The flu isn’t particular. It didn’t skip me because of the Parkinson’s. Nope, an equal-opportunity virus, it has me lying on the couch coughing up a lung same as anyone else in its path. I could blame holiday travel strain. Or not. The past week in San Francisco presented a mix of utter delights (restaurants at every turn – Burmese, Vietnamese, Mexican, Californian) and unusually warm and sunny walks (across the Golden Gate Bridge and along Castro Street). Admittedly, there were upended schedules and unpredictable circumstances. But what traveler doesn’t face a few obstacles? The balancing act between being away from home and being on an adventure, I’ve learned, requires adaptations. To keep the scales tilting toward the joyful, for example, I factor in nap times and often pack my own blanket (my PD gets me tangled up in puffy duvets). Among a litany of modifications, the most helpful has […]
We lost one of our own this week. Wayne didn’t die from Parkinson’s. But he did soldier through living with Parkinson’s, which, to me, means he died a war hero. I didn’t know Wayne well, but I did know two aspects about him. One is that he battled it all and then some, having a variety of medical conditions. The other is that he had a sparkle in his look, as though behind the dusty blue of his eyes was an enormous filter that sifted through the muck for those shiny moments of fun and humor. That quality likely got him through the daily skirmishes with PD. There are ten million of us worldwide (according to the Parkinson’s Disease Foundation) who make up the ground troops in combat with rigidity, dystonia, dizziness, dyskinesia, insomnia, meds that sometimes work and sometimes don’t. April is Parkinson’s Awareness month. So, in addition to […]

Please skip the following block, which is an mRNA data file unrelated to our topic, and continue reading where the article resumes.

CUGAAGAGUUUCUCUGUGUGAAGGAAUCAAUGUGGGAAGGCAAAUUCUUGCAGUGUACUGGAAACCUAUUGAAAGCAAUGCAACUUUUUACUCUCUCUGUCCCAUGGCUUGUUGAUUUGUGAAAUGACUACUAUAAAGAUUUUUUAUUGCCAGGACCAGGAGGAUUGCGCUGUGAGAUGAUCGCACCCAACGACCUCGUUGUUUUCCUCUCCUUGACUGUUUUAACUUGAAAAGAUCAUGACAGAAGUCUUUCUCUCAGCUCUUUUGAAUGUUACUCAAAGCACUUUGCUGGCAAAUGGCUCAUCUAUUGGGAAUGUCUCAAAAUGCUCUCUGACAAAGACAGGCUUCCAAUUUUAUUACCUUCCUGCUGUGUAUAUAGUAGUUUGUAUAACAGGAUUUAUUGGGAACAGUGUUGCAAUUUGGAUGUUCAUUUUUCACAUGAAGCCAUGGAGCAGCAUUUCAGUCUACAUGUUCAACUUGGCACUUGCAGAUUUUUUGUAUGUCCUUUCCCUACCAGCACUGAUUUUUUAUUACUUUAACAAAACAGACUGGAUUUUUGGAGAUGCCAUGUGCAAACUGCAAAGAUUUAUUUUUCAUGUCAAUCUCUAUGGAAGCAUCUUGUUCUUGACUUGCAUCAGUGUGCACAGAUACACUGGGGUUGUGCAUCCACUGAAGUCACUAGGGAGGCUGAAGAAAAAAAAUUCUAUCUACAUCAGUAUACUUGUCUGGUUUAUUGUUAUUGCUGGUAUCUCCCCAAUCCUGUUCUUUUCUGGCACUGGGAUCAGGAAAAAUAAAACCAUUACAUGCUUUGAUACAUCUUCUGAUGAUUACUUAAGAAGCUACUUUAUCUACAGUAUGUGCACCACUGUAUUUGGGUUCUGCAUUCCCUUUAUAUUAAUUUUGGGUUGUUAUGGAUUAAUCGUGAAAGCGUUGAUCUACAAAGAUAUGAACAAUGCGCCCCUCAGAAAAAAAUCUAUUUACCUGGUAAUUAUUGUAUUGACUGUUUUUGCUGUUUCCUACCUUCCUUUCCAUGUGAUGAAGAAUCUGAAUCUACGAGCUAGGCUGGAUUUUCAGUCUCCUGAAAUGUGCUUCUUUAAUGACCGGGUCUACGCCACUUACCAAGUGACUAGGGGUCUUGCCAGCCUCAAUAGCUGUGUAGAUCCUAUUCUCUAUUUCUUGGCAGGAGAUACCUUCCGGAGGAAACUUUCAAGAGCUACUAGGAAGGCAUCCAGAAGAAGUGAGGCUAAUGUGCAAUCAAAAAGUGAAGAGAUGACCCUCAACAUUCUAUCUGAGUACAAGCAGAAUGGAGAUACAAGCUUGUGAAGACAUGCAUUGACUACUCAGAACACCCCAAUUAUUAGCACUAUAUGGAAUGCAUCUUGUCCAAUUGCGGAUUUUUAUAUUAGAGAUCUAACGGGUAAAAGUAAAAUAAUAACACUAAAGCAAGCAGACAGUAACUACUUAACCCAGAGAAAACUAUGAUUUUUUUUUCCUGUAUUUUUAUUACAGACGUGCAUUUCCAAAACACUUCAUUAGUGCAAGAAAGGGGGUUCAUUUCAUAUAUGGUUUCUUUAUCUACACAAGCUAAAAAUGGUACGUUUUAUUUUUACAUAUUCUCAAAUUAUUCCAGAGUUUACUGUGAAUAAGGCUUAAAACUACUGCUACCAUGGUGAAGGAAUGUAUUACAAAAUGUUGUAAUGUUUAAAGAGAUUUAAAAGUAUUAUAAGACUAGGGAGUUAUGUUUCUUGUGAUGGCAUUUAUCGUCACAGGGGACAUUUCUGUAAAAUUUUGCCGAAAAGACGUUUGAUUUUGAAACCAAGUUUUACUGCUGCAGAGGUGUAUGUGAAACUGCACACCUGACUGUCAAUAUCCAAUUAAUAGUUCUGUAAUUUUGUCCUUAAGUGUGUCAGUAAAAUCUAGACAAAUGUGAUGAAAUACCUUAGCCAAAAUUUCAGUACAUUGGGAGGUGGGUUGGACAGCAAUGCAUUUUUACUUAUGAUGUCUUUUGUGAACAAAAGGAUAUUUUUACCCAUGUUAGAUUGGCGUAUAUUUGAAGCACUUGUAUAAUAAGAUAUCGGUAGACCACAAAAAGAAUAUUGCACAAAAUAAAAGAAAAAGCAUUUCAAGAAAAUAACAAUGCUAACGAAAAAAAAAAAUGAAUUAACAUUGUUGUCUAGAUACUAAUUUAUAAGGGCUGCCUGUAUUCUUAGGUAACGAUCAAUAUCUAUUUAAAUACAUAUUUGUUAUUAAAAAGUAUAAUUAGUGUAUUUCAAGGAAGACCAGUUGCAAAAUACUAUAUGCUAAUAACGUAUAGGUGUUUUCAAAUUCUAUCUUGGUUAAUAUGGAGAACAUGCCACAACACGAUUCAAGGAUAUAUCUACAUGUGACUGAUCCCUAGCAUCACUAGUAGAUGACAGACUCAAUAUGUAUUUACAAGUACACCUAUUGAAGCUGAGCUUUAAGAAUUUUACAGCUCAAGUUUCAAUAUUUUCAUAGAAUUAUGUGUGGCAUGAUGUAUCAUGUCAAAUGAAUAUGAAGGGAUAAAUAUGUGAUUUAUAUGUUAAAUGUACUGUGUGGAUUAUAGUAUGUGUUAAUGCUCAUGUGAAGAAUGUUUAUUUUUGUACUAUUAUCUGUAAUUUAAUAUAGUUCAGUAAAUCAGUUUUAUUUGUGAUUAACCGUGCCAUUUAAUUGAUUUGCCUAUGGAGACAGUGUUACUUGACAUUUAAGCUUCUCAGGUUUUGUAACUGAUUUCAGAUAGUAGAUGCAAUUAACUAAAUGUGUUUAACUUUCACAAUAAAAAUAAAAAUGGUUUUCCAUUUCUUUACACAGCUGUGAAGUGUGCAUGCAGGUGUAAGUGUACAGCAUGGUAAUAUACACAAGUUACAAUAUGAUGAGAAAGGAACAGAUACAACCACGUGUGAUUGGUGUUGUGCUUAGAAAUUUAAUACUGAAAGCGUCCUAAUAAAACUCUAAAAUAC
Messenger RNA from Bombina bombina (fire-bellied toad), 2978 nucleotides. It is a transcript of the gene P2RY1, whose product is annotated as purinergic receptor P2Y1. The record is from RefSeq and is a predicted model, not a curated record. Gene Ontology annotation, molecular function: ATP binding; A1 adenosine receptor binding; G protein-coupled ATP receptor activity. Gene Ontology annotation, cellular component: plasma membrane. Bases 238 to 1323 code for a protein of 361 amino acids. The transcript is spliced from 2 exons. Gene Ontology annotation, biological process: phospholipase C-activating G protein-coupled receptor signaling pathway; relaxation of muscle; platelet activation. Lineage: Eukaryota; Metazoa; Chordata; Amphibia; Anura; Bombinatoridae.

In the fall, ECare Diary, an online site for caregivers, interviewed me on the role service dogs for people with movement disorders. (Click here for the interview.) Following up, a listener asked what may seem a simple question: What’s involved in taking care of a service dog. The answer, which in some ways is never fully complete because a great deal depends on the dog, was far too involved to answer in a few short sentences. I was invited as a guest blogger to post my answer, and here it is: Taking Care of Each Other .